The full list of works that the Copyright Office considers  uncopyrightable works follows. Fascinating for a student of copyright like me. The text below consists of quotations from the draft Copyright Compendium:

306 The Human Authorship Requirement

The U.S. Copyright Office will register an original work of authorship, provided that the work was created by a human being. The copyright law only protects “the fruits of intellectual labor” that “are founded in the creative powers of the mind.” Trade-Mark Cases, 100 U.S. 82, 94 (1879). Because copyright law is limited to “original intellectual conceptions of the author,” the Office will refuse to register a claim if it determines that a human being did not create the work. Burrow-Giles Lithographic Co. v. Sarony, 111 U.S. 53, 58 (1884).

The Office will not register works produced by nature, animals, or plants. Likewise, the Office cannot register a work purportedly created by divine or supernatural beings, although the Office may register a work where the application or the deposit copy(ies) state that the work was inspired by a divine spirit.

Examples:

• A photograph taken by a monkey.

• A mural painted by an elephant.

• A claim based on the appearance of actual animal skin.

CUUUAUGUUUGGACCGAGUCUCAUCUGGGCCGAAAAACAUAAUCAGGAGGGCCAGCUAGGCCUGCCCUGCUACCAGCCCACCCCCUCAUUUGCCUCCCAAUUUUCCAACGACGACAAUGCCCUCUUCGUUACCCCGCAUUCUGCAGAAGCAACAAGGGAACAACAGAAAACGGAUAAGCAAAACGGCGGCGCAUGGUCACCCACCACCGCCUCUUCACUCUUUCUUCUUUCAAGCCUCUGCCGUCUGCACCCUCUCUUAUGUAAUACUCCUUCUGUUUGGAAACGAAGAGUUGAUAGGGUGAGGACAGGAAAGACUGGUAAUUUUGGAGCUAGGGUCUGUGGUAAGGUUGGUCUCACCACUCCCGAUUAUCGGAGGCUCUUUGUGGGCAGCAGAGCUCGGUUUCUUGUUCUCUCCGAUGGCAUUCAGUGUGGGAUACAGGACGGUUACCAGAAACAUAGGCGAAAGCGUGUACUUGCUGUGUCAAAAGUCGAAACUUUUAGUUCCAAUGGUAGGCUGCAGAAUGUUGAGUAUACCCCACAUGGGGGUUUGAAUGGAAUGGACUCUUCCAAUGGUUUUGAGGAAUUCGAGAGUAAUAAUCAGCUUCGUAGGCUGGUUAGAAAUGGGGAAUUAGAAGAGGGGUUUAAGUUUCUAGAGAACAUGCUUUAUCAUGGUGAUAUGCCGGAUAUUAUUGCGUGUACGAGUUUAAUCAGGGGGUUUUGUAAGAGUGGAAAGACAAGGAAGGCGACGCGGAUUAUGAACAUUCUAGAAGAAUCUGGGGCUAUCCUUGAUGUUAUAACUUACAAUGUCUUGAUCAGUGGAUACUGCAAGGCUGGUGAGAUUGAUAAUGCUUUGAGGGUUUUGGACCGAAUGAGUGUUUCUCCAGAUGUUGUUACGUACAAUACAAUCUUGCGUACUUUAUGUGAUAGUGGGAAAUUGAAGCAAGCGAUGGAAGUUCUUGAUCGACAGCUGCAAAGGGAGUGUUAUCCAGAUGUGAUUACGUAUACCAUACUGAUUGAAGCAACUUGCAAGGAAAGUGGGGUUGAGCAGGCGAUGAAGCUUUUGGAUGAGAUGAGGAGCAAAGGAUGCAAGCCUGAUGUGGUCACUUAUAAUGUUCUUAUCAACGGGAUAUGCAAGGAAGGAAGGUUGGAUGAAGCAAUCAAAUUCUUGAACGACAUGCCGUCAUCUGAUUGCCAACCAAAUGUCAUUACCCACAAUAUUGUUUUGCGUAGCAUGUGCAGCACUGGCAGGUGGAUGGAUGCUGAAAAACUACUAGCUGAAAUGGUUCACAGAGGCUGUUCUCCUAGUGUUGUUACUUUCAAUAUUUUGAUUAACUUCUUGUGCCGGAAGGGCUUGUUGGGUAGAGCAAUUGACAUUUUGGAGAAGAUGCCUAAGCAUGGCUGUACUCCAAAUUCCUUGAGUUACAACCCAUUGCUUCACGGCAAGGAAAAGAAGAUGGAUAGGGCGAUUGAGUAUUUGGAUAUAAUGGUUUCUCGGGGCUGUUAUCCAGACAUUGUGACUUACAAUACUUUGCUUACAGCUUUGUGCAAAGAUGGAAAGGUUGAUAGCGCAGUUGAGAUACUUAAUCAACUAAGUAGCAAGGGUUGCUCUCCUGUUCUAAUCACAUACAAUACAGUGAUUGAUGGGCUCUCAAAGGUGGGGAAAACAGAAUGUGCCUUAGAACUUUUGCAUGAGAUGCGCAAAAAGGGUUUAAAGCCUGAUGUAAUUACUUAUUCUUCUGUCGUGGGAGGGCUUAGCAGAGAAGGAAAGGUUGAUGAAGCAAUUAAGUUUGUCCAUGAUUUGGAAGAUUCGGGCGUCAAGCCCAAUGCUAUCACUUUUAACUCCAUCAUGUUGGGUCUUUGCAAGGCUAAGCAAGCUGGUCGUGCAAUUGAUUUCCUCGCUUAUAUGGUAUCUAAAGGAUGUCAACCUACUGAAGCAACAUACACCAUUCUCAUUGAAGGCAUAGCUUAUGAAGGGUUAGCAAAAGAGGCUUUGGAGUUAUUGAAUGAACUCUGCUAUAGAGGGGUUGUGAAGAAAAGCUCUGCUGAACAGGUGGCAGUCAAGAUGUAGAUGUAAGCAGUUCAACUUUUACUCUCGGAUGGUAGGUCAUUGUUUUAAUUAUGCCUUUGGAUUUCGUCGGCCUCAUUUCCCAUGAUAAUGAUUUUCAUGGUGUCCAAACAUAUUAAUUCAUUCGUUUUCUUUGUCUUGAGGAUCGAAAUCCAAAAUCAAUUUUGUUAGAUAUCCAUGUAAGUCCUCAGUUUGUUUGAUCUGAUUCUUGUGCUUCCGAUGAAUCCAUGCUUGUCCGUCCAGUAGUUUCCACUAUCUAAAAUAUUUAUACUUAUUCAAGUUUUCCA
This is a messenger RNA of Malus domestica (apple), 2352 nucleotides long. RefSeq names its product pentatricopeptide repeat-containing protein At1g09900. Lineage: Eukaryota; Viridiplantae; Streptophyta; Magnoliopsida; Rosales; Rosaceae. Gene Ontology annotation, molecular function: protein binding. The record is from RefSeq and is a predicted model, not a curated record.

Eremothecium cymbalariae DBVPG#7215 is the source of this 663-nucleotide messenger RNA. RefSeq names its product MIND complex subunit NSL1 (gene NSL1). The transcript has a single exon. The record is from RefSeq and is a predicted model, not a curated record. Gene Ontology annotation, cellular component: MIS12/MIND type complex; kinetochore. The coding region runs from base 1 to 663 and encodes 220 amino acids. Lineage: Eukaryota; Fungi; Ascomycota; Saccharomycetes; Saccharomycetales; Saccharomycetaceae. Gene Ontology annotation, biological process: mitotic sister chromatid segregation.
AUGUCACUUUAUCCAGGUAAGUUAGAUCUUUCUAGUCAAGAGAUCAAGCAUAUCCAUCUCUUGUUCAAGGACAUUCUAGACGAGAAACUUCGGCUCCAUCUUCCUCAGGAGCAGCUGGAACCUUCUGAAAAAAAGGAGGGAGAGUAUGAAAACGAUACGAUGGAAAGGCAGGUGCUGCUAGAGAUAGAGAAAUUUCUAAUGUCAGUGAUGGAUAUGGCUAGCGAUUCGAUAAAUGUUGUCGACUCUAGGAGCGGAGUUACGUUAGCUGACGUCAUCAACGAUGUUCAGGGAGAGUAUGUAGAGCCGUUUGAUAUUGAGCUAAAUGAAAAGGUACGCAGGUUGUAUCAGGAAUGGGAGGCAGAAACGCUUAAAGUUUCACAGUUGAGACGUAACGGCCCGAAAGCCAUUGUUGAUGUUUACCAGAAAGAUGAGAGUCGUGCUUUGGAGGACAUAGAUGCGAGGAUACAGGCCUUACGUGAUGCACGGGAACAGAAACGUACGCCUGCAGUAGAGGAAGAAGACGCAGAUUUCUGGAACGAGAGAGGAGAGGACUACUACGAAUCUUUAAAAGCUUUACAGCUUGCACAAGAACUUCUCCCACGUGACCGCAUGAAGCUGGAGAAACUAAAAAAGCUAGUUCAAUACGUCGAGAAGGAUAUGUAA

• A claim based on driftwood that has been shaped and smoothed by the ocean.

• A claim based on cut marks, defects, and other qualities found in natural stone.

• An application for a song naming the Holy Spirit as the author of the work.

Similarly, the Office will not register works produced by a machine or mere mechanical process that operates randomly or automatically without any creative input or intervention from a human author.”

Examples:

• Reducing or enlarging the size of a preexisting work of authorship.

• Making changes to a preexisting work of authorship that are dictated by manufacturing or materials requirements.

• Converting a work from analog to digital format, such as transferring a motion picture from VHS to DVD.

• Declicking or reducing the noise in a pre-existing sound recording or converting a sound recording from monaural to stereo sound.